Migrating, Updating & Securing a Local Museum Website

I’ve been attending a lot of cyber security panels lately. There are a couple consistent messages. First, if you’re digital, you’re not keeping any secrets. Security measures matter, but if you want to be 100% secure, keep it analog. Secondly, and probably most importantly, breaches are caused by people and a lot of it is due to lack of awareness, lax security practices or a combination of both. 

As a society we’ve been digitizing our lives and our businesses. It started with communications, then entertainment, business e-commerce, finances and now it proliferates every industry. While we believe there are life-changing benefits that come with technological advances, we also know it comes with unintended consequences and that when the digital data is wrong or compromised, it can be bad for everyone involved.

We’re mindful of our usage of technology, the implementation, keeping our code up to date and knowing when tools are being deprecated. The cost of updates is not always something organizations plan for, but when left unattended long enough, ignored systems can lead to breaches or outages. Even if nothing quite so major happens, the website or platform can become tedious or impossible to maintain causing operational frustrations. 

Such was the case with the Fort Worth Museum of Science and History. Their version of Drupal was no longer supported. They couldn’t make any design changes and it was difficult to make any content updates to their website. For over a year, their team had been considering a redesign so that the website would be more aligned with their updated branding, the new building design of the museum, and the advancements in technology including making it mobile-friendly or more interactive. However, other enhancements needed to take priority, and rightly so, such as updating the point of sale system that would soon be deprecated.

Before we arrived on the scene to fix the security breach
Before we arrived on the scene to fix the security breach

One evening in late May I got a phone call from our friends at the museum. It’s always alarming to load your website and realize you’ve been hacked. Regardless of the size or nature of the breach, you feel vulnerable. Not only do you want to remove any visible signs of the event, especially if it is profane, but you want to assess your entire ecosystem to ensure that nothing important has been compromised. In this instance, our cursory evaluation revealed an isolated line of code, but there was no way of knowing when or how it was injected. Due to this uncertainty, the museum staff asked for a quick turnaround on a landing page stating that their site was under maintenance. The museum still needed to sell tickets, provide their contact information and direct people to fill out the museum school form. Within a few of hours, CauseLabs and PurposeWP launched a WordPress landing page meeting the museum’s basic needs, adhering to their new branding with a clean, mobile-friendly layout.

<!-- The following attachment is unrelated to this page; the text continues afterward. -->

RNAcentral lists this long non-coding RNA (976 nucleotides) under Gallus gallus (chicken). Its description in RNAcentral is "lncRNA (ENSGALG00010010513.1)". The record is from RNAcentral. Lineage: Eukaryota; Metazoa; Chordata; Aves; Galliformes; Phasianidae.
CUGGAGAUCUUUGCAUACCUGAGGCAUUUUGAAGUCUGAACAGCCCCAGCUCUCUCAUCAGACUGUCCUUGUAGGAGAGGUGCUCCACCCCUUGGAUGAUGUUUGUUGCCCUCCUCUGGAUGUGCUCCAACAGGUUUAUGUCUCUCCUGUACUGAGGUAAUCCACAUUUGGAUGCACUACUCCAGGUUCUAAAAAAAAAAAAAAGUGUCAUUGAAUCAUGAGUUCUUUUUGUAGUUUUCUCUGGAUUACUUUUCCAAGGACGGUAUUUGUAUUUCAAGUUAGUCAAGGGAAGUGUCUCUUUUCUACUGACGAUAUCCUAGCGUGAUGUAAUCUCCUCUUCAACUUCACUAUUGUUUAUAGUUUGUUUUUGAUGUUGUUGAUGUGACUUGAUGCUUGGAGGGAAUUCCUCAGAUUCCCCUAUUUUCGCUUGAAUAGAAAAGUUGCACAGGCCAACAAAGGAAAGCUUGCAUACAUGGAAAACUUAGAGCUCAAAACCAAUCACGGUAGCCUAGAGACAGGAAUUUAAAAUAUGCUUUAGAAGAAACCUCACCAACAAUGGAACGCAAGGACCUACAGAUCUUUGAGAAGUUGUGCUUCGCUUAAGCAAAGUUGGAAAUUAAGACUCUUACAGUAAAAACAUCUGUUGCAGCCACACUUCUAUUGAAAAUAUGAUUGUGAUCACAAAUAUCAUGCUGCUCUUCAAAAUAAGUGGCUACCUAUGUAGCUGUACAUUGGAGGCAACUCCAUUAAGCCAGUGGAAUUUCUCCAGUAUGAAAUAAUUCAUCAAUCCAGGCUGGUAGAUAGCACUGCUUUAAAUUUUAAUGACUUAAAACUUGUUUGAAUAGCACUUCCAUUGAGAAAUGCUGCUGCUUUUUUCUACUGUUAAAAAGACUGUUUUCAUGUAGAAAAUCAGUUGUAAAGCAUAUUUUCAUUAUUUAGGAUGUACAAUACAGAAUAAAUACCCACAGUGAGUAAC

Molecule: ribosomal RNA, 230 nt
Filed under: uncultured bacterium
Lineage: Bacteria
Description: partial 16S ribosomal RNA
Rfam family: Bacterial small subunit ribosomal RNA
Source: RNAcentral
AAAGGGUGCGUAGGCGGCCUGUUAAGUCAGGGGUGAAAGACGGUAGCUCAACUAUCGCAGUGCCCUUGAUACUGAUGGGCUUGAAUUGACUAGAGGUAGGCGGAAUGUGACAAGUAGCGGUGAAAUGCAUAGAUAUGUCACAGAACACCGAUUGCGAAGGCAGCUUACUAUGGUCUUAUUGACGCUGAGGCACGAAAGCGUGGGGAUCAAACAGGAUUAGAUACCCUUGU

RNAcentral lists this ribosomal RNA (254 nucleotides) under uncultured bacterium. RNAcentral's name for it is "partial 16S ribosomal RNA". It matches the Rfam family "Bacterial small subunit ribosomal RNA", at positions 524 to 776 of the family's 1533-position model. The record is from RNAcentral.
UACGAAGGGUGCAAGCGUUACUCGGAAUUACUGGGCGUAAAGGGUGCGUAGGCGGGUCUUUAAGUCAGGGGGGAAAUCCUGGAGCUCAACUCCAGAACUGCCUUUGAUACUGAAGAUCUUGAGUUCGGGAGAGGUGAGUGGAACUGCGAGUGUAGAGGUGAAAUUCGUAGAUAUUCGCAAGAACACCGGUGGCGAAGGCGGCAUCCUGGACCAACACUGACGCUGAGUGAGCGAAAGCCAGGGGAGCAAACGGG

Going from a massive site with over 50 pages of content to a single landing page with a ticket sales button is not something you want to keep up for long. It’s clean and functional, but it does not serve all of your customer needs and it is damaging to the SEO your site has built up over the years. Because of this, our next step was to rapidly design a modern experience for the museum visitors. We gave ourselves a tight turn around window and we felt every heavy moment of those two weeks because we knew that visitors would be wondering when the new website and the content they needed would be available.

After we implemented WordPress & some custom layouts for a new fresh look.
After we implemented WordPress & some custom layouts for a new fresh look.

We are happy with the results. The Fort Worth Museum of Science and History is able to add new content with ease, manage their exhibits, and feel secure with their digital ecosystem. While a two week project doesn’t encompass all of their design requests, API integrations, or a grander vision for the future of the organization’s website, this will sustain the museum until they are ready to work on those larger strategies. The Fort Worth Museum of Science and History staff and board members can make those decisions with time and confidence on their side. 

I have to admit, it feels good to know that our team can turn things around quickly in a time of crisis and that, despite the limited scope, the quality of our work does not suffer. Now, weeks after the launch, it feels even better to know that the museum has been able to add to their site, manage it themselves and that it will give them the time they need to make the best decisions for their future technology enhancements.

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